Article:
Extracellular Hydrolytic Enzymes Produced by Moderately Halophilic Bacteria
High salinity is the main characteristic of hypersaline habitats, in which the salt concentration is generally higher than that of seawater. Among the beststudied hypersaline environments are the saline lakes (Dead Sea, Great Salt Lake), salterns used for the production of salt and some saline soils. Except for a few eukaryotic organisms such as the brine shrimp (Artemia salina) or the photosynthetic flagellate Dunaliella, most organisms adapted to live in these hypersaline environments are prokaryotic microorganisms belonging to the groups of archaea and bacteria (Rodríguez-Valera 1993). The salt requirements divide these populations of prokaryotic halophilic microorganisms into two predominant physiological groups: extreme halophiles, which grow optimally in media containing 15–30% NaCl, and moderate halophiles, which are able to grow optimally in media containing between 3 and 15% NaCl. Highly saline environments are dominated by extremely halophilic archaea, mostly halobacteria. However, in the intermediate salinities, the most abundant microorganisms are the moderate halophiles, a heterogeneous group which includes very different Gram-negative and Gram-positive bacterial species, as well as some archaea (Ventosa et al.1998).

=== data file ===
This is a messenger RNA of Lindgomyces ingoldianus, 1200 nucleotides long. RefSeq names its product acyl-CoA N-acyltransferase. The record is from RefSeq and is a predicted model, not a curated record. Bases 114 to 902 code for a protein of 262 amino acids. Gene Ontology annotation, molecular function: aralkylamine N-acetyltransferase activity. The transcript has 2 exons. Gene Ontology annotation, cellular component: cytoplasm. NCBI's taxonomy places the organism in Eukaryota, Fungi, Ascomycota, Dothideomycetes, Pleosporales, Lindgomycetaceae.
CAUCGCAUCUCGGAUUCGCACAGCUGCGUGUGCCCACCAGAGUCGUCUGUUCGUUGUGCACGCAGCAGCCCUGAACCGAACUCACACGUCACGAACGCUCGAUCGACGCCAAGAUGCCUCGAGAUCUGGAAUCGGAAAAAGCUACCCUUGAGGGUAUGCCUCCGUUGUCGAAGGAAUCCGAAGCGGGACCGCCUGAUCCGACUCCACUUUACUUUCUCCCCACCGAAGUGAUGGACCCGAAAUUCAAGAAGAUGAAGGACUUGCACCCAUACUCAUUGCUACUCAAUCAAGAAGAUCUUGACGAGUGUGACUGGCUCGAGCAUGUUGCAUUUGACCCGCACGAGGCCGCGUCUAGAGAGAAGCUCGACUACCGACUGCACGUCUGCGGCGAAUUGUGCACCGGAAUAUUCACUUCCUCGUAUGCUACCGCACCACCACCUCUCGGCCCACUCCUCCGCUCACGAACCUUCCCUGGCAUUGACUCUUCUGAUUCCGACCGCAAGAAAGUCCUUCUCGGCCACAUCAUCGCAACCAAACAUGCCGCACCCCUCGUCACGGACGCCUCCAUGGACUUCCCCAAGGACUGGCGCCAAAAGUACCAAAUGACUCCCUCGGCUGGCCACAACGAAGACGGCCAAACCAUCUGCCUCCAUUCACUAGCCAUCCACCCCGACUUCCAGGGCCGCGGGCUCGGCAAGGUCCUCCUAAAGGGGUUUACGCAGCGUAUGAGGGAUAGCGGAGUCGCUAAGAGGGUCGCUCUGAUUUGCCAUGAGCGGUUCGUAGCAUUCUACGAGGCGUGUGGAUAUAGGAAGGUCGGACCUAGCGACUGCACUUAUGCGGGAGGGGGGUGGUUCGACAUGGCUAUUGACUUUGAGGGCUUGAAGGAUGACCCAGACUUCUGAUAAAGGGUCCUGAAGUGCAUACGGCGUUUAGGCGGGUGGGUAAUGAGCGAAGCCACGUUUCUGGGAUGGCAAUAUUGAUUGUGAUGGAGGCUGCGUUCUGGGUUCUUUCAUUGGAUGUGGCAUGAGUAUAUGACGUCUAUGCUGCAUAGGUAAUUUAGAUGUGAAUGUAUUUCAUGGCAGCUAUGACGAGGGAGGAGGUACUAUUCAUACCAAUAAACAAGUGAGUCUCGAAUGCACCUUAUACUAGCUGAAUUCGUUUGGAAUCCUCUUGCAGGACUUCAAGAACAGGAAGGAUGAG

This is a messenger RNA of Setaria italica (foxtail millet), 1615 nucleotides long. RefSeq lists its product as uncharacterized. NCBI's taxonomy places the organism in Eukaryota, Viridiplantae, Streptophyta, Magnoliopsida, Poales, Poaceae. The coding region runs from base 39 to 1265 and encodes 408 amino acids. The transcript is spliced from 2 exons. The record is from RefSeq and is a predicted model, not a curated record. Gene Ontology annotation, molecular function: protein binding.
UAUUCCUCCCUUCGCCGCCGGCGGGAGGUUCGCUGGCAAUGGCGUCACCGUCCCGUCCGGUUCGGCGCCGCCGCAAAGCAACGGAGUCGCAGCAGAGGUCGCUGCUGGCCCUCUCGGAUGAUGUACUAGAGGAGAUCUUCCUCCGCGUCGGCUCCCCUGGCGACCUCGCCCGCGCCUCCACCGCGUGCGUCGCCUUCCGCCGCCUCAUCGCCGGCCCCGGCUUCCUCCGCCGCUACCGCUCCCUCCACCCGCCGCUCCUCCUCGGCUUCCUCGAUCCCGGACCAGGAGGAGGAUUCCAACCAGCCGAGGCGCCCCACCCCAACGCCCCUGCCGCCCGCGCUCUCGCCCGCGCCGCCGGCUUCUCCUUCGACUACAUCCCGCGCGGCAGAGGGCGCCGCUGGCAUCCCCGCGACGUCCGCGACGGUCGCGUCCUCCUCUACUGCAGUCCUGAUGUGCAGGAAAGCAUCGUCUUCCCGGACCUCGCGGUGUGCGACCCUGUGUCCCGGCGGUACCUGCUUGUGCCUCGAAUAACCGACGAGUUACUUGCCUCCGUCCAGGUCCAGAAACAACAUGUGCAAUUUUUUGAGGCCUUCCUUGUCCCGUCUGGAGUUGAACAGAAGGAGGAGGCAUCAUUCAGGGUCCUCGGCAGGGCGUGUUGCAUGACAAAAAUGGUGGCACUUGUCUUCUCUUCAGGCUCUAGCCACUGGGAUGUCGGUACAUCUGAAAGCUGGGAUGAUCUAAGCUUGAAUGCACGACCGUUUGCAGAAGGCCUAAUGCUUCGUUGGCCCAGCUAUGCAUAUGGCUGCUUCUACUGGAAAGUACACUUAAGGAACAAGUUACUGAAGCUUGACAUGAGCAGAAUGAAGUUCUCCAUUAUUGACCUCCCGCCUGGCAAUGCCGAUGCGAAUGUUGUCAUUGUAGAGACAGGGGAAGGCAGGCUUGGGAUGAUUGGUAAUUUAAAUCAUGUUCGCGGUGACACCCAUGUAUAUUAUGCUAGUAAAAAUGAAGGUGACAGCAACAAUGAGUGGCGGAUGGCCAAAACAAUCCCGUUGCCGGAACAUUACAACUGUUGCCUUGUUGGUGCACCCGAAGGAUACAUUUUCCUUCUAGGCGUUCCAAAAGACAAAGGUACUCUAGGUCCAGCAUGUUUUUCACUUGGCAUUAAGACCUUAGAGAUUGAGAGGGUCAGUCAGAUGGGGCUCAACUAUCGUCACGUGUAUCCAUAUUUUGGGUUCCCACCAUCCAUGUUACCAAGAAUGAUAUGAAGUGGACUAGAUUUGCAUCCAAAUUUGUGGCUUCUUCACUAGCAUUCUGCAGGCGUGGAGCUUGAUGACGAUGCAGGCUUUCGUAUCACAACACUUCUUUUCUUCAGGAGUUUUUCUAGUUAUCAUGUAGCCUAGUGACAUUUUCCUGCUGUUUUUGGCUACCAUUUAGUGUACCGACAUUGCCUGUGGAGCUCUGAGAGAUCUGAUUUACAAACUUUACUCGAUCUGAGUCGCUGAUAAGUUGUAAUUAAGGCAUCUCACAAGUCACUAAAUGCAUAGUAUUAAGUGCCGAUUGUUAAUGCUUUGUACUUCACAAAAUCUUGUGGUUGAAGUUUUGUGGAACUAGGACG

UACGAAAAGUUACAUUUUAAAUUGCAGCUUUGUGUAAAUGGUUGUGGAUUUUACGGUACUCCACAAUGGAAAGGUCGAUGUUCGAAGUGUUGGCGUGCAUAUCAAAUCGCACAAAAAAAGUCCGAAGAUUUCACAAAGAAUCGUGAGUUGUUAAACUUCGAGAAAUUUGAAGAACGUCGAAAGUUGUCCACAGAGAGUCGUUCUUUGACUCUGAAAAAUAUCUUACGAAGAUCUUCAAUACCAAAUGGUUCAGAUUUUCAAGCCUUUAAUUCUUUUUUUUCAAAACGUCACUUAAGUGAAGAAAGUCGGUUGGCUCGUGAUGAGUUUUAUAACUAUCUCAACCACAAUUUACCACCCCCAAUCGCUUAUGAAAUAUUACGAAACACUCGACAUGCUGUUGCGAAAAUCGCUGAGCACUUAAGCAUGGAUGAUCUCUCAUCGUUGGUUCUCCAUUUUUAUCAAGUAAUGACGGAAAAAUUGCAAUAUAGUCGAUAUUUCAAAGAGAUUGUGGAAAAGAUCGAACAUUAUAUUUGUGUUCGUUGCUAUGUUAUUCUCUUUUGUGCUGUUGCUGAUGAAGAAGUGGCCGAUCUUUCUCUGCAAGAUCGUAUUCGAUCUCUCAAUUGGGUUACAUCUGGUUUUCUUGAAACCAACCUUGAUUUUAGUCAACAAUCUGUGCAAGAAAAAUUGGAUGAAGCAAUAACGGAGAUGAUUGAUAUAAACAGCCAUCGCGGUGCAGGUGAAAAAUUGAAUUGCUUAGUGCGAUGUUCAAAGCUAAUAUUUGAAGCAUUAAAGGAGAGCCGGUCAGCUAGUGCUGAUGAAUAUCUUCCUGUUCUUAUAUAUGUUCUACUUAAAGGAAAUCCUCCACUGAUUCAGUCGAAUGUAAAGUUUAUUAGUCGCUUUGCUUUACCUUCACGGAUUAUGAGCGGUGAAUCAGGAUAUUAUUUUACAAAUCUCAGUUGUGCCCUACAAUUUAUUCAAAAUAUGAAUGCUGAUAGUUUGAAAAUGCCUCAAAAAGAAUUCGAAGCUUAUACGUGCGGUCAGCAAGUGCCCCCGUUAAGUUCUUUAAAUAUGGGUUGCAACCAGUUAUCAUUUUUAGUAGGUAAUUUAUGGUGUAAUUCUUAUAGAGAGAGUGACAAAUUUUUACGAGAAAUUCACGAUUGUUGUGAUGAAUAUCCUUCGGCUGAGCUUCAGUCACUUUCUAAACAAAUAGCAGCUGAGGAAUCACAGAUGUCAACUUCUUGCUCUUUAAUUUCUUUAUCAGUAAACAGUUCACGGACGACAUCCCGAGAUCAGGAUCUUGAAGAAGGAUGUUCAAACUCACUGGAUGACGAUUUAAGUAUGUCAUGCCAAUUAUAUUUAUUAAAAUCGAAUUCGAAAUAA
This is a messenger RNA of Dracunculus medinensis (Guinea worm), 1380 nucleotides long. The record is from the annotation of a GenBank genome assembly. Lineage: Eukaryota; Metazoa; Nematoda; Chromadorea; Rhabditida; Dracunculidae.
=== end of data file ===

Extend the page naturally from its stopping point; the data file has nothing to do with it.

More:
KeywordsGlycosyl Hydrolase Halophilic Bacterium Great Salt Lake Hypersaline Environment Halophilic Archaea
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